10 Surprising Things You Probably Never Knew About Saint Patricks Day

Ah, St. Patricks day. That oh-so-special time of the year when beer is green and shamrocks abound.

The day is commemorative of the day St. Patrick is thought to have died, March 17. St. Patrick is credited for bringing Christianity to Ireland in the 5th century. He’s also known for driving all of the snakes out of Ireland.

While there may have never been any snakes in Ireland to begin with, St. Patrick did indeed do a lot of good in his life. The celebration of his life is both secular and cultural, and it is always a grand old time.

Whether you celebrate with Irish in your own blood, or you’re just Irish for the day in the name ofcorned beef and cabbage, I bet there are some things that you don’t know about the holiday.

These 10 bits of St. Patrick’s Day trivia will make your day even better.

1. His Name Wasn’t Actually Patrick


St. Patrick’s real Irish name was Maewyn Succat. He took the name Patrick when he became a priest.

2. The First Parade Was In 1762


The first St. Patrick’s Day parade wasn’t held in Ireland, but in New York. Irish soldiers serving in the British army threw a parade to celebrate the holiday in 1762. These days, cities all over have parades full of traditional music and dance.

3. Irish Bars Used To Close On The Holiday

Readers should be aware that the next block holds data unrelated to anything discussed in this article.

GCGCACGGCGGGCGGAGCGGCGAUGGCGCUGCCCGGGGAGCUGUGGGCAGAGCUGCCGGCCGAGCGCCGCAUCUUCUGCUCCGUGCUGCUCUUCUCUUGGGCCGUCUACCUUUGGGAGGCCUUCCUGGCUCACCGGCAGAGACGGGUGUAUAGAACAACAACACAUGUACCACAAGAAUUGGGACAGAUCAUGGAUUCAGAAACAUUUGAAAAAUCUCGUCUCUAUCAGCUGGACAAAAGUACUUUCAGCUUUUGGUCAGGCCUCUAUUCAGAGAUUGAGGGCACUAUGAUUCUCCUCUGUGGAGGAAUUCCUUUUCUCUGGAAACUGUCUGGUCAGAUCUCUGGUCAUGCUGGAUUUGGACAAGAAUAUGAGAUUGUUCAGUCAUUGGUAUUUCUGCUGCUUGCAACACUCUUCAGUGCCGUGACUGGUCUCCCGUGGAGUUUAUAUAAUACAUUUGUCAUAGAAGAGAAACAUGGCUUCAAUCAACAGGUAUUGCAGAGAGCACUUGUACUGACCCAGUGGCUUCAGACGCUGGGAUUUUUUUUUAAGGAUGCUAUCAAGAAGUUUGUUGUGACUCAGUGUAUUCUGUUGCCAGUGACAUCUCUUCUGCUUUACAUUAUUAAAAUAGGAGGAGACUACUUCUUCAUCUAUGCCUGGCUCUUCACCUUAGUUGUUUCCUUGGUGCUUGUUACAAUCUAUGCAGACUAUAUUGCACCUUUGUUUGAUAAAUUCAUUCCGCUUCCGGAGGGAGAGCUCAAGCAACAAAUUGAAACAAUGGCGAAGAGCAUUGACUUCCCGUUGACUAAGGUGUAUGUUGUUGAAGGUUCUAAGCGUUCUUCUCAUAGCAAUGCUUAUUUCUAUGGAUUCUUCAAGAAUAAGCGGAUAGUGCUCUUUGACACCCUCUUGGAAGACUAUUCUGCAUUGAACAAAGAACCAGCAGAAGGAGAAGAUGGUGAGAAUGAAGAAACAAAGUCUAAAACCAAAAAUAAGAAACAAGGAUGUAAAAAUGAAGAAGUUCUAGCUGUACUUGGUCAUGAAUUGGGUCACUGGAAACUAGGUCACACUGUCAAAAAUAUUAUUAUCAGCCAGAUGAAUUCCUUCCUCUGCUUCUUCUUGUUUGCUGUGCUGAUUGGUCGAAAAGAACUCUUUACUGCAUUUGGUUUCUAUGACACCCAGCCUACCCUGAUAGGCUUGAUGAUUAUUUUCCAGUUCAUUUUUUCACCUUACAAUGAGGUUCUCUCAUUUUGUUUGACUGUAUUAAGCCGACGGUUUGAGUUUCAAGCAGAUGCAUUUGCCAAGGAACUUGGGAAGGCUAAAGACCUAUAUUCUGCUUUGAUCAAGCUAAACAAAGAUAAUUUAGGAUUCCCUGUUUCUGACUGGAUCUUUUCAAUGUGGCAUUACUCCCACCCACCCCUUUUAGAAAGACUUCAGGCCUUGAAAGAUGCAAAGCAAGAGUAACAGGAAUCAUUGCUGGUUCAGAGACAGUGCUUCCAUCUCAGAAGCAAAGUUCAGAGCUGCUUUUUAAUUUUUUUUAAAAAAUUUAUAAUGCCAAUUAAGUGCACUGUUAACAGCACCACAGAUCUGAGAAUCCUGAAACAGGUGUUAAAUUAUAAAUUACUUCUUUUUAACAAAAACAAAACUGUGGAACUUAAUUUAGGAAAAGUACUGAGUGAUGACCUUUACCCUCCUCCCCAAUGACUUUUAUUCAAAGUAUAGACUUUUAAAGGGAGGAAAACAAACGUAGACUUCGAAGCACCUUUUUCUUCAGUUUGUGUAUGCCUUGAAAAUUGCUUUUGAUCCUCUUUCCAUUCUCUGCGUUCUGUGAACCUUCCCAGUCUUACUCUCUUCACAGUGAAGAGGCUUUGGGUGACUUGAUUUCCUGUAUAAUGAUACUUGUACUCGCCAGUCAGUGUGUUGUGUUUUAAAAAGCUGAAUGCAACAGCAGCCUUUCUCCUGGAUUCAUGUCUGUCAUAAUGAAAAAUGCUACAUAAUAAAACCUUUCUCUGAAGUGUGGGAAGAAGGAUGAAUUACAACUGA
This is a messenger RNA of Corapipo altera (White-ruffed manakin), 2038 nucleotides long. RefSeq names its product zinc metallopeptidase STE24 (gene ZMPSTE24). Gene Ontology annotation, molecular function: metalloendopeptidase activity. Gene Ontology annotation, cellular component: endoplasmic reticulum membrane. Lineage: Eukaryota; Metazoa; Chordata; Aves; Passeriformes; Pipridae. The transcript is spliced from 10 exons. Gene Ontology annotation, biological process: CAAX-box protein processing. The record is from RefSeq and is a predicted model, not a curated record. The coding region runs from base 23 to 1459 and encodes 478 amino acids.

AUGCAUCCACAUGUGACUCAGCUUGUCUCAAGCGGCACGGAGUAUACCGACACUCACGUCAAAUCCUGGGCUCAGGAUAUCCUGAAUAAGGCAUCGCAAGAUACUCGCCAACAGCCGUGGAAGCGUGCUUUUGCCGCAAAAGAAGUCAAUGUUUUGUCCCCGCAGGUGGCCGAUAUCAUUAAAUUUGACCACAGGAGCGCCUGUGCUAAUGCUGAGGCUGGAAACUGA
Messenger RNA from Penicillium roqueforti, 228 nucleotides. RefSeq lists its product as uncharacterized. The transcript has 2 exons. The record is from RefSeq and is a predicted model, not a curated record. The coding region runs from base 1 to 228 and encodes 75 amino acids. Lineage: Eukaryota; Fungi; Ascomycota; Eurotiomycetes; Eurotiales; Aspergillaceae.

From 1903 to 1961, bars in Ireland were all closed on St. Patrick’s Day for religious reasons. Can you imagine St. Patrick’s Day without a pint of beer?

4. St. Patrick Baptized A Lot Of People


He is thought to have baptized 100,000 people. That’s a whole lot of ceremonies!

5. St. Patrick Wasn’t Irish


He’s famed for bringing Christianity to Ireland, but he himself was British, with Roman parents. He was born in Wales or Scotland, not Ireland.

6. It’s A Lucrative Holiday


In 2016, Americans spent a total of $4.4 billionon St. Patrick’s Day. That’s an average of $35.40 per person celebrating the big day. I don’t know about you, but I think I spend a bit more than that myself!

7. There Are No Female Leprechauns


Leprechaun scholars have come to the conclusion that there are no female leprechauns, nor has there ever been a female leprechaun. Where do they keep coming from, then? Some folklore says that they are thedeformed and shunned children of fairies. Oh my!

8. 25 Pounds Of Dye Turn The Chicago River Green


Lots of cities throw quite the party on St. Patrick’s Day, but no one does it quite like Chicago. On the day of the parade, at 9:15 a.m., thePlumbers Local hop on boats and dye the Chicago River an electric green color. It’s quite the sightto see, but it only takes 25 pounds of the dye to turn the entire river green for a few hours.

9. St. Patrick Didn’t Wear Green


At least not to the extent that you might picture. His color of choice was actually a light shade of blue called “St. Patrick’s blue.” The whole green tradition came along when the independence movement in the 18th century used a flag of the bright green color.

10. It’s Been Celebrated In Space


Not only is St. Patrick’s Day celebrated all across the globe, from Ireland itself to Asia, and South America to Canada, it’s also been celebrated in space. For example, astronaut Chris Hadfield posted a photo of himself all decked out in green on the holiday back in 2013.

Read more: https://www.littlethings.com/st-patricks-day-trivia/